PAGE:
We may love our iPods and iPhones but there are just some aspects of iTunes, Apple's dominant media-management and -player software for the devices that drives us mad. Here’s our top 11 pet hates.
4. 'Pushing' of other programs by iTunes installer
Earlier this year, Apple hopped aboard the crapware train by adding its new-for-Windows Safari browser to its Software Update tool, which tends to appear whenever there's a new version of iTunes. Anyone accustomed to clicking okay without looking too closely would end up installing Safari, which was selected for download by default.
At least now the browser is relegated to a 'New Software' category but it's still automatically queued up for download unless you clear the checkbox.
Meanwhile, any Windows user who installed iTunes 7.7 (the version that introduced the App Store) will find a surprise in Windows' Control Panel: a MobileMe service Preferences icon. It lands there whether you're a MobileMe subscriber or not, and whether you want it or not.
5. No subscription service - still
If you're going to keep clinging to DRM, Apple, how about giving us a music-subscription service to go with it? You know, the kind offered by Napster and Rhapsody. It's an unbeatable way to discover new music and the more music we discover, the more music we're likely to purchase.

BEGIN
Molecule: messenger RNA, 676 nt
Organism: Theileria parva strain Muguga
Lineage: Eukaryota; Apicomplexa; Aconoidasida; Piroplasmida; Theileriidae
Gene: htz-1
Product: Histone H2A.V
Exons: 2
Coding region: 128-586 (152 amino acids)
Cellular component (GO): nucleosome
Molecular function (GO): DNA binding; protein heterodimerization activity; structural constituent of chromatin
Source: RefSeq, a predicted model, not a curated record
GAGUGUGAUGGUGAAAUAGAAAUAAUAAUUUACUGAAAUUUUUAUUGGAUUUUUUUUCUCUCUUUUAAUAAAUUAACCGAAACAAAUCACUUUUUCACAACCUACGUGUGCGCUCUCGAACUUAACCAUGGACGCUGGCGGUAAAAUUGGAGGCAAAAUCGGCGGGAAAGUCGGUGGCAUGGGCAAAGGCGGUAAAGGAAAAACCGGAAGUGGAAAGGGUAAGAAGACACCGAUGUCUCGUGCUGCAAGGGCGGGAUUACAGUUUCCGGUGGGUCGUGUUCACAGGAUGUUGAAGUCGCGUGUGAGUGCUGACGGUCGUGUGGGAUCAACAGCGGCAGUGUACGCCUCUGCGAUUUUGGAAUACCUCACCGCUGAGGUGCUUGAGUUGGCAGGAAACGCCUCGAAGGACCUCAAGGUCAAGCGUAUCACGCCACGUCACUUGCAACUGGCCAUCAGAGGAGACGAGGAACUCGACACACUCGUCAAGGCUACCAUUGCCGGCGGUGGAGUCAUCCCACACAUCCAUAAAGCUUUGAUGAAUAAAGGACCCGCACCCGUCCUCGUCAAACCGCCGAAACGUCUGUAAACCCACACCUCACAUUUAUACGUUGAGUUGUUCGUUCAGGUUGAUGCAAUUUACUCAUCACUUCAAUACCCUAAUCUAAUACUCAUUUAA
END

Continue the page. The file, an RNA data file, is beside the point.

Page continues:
6. 'Neglected' podcasts stop downloading
iTunes is like a strict nanny: if you don't listen to your subscribed podcasts on a frequent and regular basis, the program stops downloading new episodes. Say, shouldn't that be our decision?
Does Apple think we're low on hard-drive space or something? We've got gigs to spare, so keep the podcasts coming.
That's why we subscribed to them, after all. Unfortunately, iTunes has no setting that can override this dictatorial action.
7. The mystery check box
Next to every single item in your library (songs, TV shows, podcasts, and so on) there's a little checkbox. It's been there as long as we can remember, but if the iTunes help function explains its purpose, that entry is really hard to find.
Do you uncheck items to stop them from synching? Check items that you want in a playlist? What's up with the box?!
Actually, it's pretty simple: unchecked items don't get played when you're listening to your library or a playlist. Likewise, unchecked items don't get synched to your iPod if you enable the 'Sync only checked songs and videos' option in the device's Summary menu.
Handy options, right? So why all the secrecy?
NEXT PAGE: More things we hate about iTunes
- Inefficient updates, DRM and monitoring music folders
- 'Pushing' of other programs by iTunes installer, and the mystery checkbox
- Rotten at exporting playlists
- Go on then: three things we love about iTunes